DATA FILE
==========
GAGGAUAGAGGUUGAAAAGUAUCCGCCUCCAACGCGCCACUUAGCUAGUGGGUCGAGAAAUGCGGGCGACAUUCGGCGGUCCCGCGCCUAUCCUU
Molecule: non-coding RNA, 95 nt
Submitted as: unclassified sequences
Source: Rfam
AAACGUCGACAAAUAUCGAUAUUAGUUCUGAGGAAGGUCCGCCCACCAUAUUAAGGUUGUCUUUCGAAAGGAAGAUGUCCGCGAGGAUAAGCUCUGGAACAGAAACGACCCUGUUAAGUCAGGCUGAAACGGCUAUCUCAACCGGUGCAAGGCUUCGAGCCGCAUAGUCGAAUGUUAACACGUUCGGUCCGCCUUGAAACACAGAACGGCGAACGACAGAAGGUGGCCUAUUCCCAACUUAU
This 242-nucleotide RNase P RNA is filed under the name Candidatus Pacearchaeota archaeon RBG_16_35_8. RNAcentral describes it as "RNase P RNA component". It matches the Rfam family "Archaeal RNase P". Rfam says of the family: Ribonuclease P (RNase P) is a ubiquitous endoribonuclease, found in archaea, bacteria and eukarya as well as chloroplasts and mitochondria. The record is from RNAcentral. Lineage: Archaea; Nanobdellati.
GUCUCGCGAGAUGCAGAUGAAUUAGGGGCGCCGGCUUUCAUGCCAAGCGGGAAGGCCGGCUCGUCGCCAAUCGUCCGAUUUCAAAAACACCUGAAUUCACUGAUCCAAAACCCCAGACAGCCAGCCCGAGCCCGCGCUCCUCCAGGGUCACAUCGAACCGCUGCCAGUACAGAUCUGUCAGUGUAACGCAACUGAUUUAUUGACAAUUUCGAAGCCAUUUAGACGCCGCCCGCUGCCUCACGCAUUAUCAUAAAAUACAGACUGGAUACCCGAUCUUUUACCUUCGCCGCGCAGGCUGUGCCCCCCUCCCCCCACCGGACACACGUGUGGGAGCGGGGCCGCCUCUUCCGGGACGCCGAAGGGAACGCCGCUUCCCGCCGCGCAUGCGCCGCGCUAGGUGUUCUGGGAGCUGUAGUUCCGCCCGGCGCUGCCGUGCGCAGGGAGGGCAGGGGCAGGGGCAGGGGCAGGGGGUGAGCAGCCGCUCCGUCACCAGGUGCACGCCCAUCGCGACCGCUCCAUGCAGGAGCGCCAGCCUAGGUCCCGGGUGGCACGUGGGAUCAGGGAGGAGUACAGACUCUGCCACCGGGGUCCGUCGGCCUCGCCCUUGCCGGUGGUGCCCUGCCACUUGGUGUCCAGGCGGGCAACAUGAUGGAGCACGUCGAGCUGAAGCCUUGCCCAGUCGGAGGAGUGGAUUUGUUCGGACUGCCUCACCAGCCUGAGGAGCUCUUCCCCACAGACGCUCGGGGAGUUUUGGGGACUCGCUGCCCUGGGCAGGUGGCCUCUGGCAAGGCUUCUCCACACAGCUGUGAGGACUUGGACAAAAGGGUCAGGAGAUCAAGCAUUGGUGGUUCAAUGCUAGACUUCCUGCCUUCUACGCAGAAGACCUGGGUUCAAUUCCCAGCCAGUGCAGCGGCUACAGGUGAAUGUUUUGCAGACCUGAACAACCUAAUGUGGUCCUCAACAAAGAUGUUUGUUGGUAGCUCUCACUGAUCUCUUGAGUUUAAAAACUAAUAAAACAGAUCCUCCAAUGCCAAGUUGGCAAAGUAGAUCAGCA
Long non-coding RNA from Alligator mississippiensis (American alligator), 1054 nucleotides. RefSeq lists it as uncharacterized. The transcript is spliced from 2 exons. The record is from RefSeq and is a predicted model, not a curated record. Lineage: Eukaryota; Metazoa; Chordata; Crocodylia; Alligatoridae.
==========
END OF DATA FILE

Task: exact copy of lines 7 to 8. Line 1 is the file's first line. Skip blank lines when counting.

GUCUCGCGAGAUGCAGAUGAAUUAGGGGCGCCGGCUUUCAUGCCAAGCGGGAAGGCCGGCUCGUCGCCAAUCGUCCGAUUUCAAAAACACCUGAAUUCACUGAUCCAAAACCCCAGACAGCCAGCCCGAGCCCGCGCUCCUCCAGGGUCACAUCGAACCGCUGCCAGUACAGAUCUGUCAGUGUAACGCAACUGAUUUAUUGACAAUUUCGAAGCCAUUUAGACGCCGCCCGCUGCCUCACGCAUUAUCAUAAAAUACAGACUGGAUACCCGAUCUUUUACCUUCGCCGCGCAGGCUGUGCCCCCCUCCCCCCACCGGACACACGUGUGGGAGCGGGGCCGCCUCUUCCGGGACGCCGAAGGGAACGCCGCUUCCCGCCGCGCAUGCGCCGCGCUAGGUGUUCUGGGAGCUGUAGUUCCGCCCGGCGCUGCCGUGCGCAGGGAGGGCAGGGGCAGGGGCAGGGGCAGGGGGUGAGCAGCCGCUCCGUCACCAGGUGCACGCCCAUCGCGACCGCUCCAUGCAGGAGCGCCAGCCUAGGUCCCGGGUGGCACGUGGGAUCAGGGAGGAGUACAGACUCUGCCACCGGGGUCCGUCGGCCUCGCCCUUGCCGGUGGUGCCCUGCCACUUGGUGUCCAGGCGGGCAACAUGAUGGAGCACGUCGAGCUGAAGCCUUGCCCAGUCGGAGGAGUGGAUUUGUUCGGACUGCCUCACCAGCCUGAGGAGCUCUUCCCCACAGACGCUCGGGGAGUUUUGGGGACUCGCUGCCCUGGGCAGGUGGCCUCUGGCAAGGCUUCUCCACACAGCUGUGAGGACUUGGACAAAAGGGUCAGGAGAUCAAGCAUUGGUGGUUCAAUGCUAGACUUCCUGCCUUCUACGCAGAAGACCUGGGUUCAAUUCCCAGCCAGUGCAGCGGCUACAGGUGAAUGUUUUGCAGACCUGAACAACCUAAUGUGGUCCUCAACAAAGAUGUUUGUUGGUAGCUCUCACUGAUCUCUUGAGUUUAAAAACUAAUAAAACAGAUCCUCCAAUGCCAAGUUGGCAAAGUAGAUCAGCA
Long non-coding RNA from Alligator mississippiensis (American alligator), 1054 nucleotides. RefSeq lists it as uncharacterized. The transcript is spliced from 2 exons. The record is from RefSeq and is a predicted model, not a curated record. Lineage: Eukaryota; Metazoa; Chordata; Crocodylia; Alligatoridae.